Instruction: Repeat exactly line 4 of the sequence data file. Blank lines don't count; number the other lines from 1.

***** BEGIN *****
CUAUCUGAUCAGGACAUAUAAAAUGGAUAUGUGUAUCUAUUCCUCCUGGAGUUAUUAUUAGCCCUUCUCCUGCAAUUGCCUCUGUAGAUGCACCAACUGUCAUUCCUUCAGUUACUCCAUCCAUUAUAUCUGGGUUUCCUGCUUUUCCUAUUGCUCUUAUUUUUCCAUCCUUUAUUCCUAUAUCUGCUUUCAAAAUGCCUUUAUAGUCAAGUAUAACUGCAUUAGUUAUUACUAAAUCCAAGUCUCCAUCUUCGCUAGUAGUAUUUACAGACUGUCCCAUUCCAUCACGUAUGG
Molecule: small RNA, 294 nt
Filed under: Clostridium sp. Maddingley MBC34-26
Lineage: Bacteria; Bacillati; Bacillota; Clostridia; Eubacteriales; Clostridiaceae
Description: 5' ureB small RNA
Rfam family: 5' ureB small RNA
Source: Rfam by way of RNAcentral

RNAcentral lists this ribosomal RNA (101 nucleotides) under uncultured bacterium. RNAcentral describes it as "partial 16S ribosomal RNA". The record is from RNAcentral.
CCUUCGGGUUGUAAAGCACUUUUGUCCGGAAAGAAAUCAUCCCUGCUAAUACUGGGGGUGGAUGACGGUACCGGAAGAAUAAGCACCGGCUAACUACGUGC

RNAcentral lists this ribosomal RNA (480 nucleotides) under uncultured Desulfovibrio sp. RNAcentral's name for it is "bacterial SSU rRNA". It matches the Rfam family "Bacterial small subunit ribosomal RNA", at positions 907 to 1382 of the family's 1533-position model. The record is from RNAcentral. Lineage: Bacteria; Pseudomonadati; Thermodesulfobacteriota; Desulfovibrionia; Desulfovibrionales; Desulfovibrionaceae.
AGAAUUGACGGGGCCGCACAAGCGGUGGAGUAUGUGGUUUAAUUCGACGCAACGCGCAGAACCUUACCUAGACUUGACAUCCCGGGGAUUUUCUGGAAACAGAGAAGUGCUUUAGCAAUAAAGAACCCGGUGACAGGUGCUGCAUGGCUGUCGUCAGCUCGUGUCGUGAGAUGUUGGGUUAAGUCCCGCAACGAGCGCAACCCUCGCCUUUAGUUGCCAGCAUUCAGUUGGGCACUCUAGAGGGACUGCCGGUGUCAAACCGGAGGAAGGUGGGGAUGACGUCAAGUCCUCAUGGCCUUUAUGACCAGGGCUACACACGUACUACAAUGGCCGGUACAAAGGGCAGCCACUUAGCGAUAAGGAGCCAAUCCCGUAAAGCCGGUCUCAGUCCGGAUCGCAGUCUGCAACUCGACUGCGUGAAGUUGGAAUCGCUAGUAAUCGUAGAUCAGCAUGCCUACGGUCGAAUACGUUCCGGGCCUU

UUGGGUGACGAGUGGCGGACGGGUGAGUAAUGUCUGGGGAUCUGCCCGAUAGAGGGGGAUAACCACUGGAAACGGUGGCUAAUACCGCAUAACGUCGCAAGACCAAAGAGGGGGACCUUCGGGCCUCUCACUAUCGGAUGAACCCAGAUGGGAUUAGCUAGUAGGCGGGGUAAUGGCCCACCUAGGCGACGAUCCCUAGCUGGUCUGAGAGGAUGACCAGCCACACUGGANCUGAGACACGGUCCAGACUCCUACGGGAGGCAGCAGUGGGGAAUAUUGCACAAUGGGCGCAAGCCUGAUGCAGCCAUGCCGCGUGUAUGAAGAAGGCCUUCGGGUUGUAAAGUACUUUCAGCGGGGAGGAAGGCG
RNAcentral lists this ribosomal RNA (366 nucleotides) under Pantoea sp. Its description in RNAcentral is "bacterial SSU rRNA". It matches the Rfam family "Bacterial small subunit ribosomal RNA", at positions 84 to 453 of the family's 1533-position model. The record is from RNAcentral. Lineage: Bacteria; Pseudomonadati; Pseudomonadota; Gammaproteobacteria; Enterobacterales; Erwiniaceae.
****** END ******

Lineage: Bacteria; Bacillati; Bacillota; Clostridia; Eubacteriales; Clostridiaceae